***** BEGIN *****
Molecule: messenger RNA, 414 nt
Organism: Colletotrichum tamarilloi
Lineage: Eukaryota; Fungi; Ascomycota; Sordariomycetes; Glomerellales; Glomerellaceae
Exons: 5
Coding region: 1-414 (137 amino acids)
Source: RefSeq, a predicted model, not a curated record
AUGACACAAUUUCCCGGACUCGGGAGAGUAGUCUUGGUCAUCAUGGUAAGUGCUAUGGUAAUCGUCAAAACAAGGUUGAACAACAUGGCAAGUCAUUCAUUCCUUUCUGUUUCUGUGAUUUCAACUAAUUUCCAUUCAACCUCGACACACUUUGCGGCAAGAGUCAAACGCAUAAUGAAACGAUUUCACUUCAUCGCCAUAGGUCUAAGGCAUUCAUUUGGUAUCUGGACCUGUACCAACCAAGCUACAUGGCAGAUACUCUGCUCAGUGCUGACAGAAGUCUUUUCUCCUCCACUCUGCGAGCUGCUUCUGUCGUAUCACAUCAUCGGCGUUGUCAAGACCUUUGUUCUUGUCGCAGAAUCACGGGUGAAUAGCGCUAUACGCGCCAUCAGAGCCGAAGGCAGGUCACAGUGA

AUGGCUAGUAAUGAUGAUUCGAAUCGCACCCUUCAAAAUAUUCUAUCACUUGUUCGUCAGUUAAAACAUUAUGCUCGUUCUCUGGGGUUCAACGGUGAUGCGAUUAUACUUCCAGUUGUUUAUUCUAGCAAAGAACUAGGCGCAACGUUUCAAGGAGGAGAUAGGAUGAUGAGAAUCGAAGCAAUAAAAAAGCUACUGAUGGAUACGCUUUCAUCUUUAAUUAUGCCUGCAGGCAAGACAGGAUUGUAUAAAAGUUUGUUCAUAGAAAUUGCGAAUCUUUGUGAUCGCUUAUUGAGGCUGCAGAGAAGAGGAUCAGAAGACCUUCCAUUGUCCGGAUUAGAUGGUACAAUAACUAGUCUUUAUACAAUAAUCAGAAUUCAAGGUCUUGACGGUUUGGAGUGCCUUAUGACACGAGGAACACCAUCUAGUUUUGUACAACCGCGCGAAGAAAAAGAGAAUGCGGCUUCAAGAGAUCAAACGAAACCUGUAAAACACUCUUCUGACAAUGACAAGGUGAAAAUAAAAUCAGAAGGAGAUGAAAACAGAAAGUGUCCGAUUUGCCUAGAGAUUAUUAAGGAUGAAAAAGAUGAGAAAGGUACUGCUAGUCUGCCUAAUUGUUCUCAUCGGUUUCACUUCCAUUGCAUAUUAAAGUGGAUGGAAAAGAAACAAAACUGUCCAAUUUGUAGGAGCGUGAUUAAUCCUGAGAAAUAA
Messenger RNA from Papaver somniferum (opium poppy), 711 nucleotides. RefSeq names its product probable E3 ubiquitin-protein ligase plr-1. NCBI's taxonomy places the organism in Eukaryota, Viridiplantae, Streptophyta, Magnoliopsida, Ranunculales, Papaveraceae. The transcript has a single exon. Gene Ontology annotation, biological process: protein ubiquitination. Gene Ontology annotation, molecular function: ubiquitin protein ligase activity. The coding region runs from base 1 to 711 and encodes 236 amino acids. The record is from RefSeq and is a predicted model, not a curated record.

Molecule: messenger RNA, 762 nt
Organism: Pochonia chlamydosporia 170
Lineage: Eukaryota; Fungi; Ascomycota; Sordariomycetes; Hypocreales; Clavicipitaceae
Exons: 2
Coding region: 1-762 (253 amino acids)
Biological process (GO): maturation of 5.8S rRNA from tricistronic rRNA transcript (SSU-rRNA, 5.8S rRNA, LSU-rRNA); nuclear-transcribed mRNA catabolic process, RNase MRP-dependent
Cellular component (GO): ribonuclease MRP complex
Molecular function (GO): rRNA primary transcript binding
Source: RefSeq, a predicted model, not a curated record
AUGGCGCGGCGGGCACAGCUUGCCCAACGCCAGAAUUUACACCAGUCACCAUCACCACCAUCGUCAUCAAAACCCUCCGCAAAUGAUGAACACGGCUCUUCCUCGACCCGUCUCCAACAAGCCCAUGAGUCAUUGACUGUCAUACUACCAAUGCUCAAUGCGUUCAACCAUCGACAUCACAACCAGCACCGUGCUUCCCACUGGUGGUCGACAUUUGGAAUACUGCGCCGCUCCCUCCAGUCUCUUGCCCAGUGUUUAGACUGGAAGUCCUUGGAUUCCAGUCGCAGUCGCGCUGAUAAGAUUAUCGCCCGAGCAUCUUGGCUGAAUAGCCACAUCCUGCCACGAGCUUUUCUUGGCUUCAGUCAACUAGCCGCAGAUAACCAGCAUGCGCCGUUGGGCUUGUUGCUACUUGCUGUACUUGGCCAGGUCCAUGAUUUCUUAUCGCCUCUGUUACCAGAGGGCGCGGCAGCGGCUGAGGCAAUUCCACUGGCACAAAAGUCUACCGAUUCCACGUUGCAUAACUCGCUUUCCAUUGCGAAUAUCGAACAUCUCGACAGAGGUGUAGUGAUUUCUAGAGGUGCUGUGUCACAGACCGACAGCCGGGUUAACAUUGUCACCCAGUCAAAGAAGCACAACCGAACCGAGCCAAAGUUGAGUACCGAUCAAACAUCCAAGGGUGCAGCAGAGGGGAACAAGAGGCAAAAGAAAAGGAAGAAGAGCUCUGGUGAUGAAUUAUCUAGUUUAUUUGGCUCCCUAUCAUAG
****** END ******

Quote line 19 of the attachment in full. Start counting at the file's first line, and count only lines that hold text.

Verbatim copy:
AUGGCGCGGCGGGCACAGCUUGCCCAACGCCAGAAUUUACACCAGUCACCAUCACCACCAUCGUCAUCAAAACCCUCCGCAAAUGAUGAACACGGCUCUUCCUCGACCCGUCUCCAACAAGCCCAUGAGUCAUUGACUGUCAUACUACCAAUGCUCAAUGCGUUCAACCAUCGACAUCACAACCAGCACCGUGCUUCCCACUGGUGGUCGACAUUUGGAAUACUGCGCCGCUCCCUCCAGUCUCUUGCCCAGUGUUUAGACUGGAAGUCCUUGGAUUCCAGUCGCAGUCGCGCUGAUAAGAUUAUCGCCCGAGCAUCUUGGCUGAAUAGCCACAUCCUGCCACGAGCUUUUCUUGGCUUCAGUCAACUAGCCGCAGAUAACCAGCAUGCGCCGUUGGGCUUGUUGCUACUUGCUGUACUUGGCCAGGUCCAUGAUUUCUUAUCGCCUCUGUUACCAGAGGGCGCGGCAGCGGCUGAGGCAAUUCCACUGGCACAAAAGUCUACCGAUUCCACGUUGCAUAACUCGCUUUCCAUUGCGAAUAUCGAACAUCUCGACAGAGGUGUAGUGAUUUCUAGAGGUGCUGUGUCACAGACCGACAGCCGGGUUAACAUUGUCACCCAGUCAAAGAAGCACAACCGAACCGAGCCAAAGUUGAGUACCGAUCAAACAUCCAAGGGUGCAGCAGAGGGGAACAAGAGGCAAAAGAAAAGGAAGAAGAGCUCUGGUGAUGAAUUAUCUAGUUUAUUUGGCUCCCUAUCAUAG